Often, when I write about something that’s bothering me, I start by venting and end up laughing. As I write, I detach from the subject and see the people (including myself) as characters. Even when I’m not amused, I generally have greater insight into myself and the situation.
We tell ourselves stories about our lives, and in the writing we dig deeper for the truth. We are curious about people and events, we explore without a destination. We may recast our experience, see regrets in a new light, see what we thought were failures as necessary steps on our path.
Studies show what we writers always knew: writing can have a positive effect on our health and happiness. One of the first to consider the relationship between personal writing and health was James Pennebaker, a psychology professor at the University of Texas. He asked students to write for 15 minutes a day about important or superficial issues, and found that afterward students who wrote about personal issues had fewer illnesses and visits to the student health center. According to Pennebaker, “Expressive writing is a life course correction.”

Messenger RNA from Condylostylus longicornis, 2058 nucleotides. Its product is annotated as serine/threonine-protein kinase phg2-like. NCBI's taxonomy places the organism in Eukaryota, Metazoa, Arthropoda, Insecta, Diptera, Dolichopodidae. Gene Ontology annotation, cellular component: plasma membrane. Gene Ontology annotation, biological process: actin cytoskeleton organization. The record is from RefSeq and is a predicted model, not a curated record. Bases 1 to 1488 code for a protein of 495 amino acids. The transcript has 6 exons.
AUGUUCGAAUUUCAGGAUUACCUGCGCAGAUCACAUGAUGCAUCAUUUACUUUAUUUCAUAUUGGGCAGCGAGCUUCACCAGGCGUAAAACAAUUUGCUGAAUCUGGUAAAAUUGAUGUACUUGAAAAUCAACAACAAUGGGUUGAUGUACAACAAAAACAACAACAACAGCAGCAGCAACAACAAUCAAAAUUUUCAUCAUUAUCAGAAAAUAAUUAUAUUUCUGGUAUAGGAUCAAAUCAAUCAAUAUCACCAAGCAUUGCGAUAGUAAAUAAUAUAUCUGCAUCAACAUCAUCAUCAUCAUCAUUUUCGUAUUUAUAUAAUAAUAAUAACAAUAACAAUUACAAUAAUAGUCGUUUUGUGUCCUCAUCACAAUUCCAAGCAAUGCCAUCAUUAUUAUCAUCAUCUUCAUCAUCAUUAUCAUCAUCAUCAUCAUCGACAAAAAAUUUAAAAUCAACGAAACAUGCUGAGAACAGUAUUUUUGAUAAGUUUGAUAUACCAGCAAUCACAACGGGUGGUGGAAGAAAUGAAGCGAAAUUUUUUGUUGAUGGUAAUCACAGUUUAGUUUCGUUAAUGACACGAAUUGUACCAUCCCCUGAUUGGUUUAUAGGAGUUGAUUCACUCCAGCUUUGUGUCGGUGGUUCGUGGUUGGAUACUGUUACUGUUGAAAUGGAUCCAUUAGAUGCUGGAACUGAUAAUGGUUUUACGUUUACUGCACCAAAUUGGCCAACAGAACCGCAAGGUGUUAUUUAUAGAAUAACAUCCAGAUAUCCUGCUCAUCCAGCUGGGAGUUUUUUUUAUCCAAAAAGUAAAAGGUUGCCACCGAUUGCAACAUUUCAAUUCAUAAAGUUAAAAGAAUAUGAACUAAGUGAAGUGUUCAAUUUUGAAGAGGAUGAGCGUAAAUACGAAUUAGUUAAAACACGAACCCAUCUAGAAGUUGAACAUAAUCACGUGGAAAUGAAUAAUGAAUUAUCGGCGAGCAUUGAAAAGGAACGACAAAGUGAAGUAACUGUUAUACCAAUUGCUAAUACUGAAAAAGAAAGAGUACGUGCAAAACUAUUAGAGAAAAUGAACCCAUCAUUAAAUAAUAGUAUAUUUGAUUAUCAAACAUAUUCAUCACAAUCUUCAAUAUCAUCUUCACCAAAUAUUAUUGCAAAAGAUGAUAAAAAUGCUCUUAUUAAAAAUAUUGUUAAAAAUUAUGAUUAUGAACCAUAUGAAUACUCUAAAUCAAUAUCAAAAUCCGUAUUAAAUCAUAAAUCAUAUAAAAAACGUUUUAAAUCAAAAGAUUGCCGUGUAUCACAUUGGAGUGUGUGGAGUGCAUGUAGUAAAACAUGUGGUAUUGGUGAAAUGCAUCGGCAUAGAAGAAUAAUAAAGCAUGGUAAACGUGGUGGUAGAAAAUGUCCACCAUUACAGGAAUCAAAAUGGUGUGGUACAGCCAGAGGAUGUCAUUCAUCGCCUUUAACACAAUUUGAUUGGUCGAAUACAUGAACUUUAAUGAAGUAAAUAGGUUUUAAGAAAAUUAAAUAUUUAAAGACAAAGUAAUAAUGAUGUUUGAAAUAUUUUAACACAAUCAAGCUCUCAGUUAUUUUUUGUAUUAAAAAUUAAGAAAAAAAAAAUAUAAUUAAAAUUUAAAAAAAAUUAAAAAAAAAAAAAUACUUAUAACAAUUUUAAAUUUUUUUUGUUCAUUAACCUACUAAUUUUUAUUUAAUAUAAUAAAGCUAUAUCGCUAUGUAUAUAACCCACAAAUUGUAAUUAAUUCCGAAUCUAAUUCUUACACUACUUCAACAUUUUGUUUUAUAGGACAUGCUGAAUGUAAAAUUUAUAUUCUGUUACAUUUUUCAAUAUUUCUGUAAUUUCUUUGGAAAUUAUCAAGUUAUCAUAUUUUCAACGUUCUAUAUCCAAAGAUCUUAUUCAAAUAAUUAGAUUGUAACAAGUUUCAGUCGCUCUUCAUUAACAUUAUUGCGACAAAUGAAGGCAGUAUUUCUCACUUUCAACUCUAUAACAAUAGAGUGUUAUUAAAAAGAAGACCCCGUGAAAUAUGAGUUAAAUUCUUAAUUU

In a New York Times opinion piece, Tara Parker-Pope (“Writing Your Way to Happiness”) discussed how writing, then rewriting, your personal story could lead to behavioral changes that improved happiness.
Writing may not solve every problem, but it helps people cope, according to Timothy Wilson, University of Virginia psychology professor and lead author of the Duke study. “Writing forces people to construe whatever is troubling them and find new meaning in it.”
Jack Groppel, co-founder of Johnson & Johnson’s Human Performance Institute says, “When you get to that confrontation of truth with what matters to you, it creates the greatest opportunity for change."
Writing can help us arrive at our truth and create powerful stories.
Write about a situation that is troubling you to help you sort it out.
Copyright © 2015 by Laura Deutsch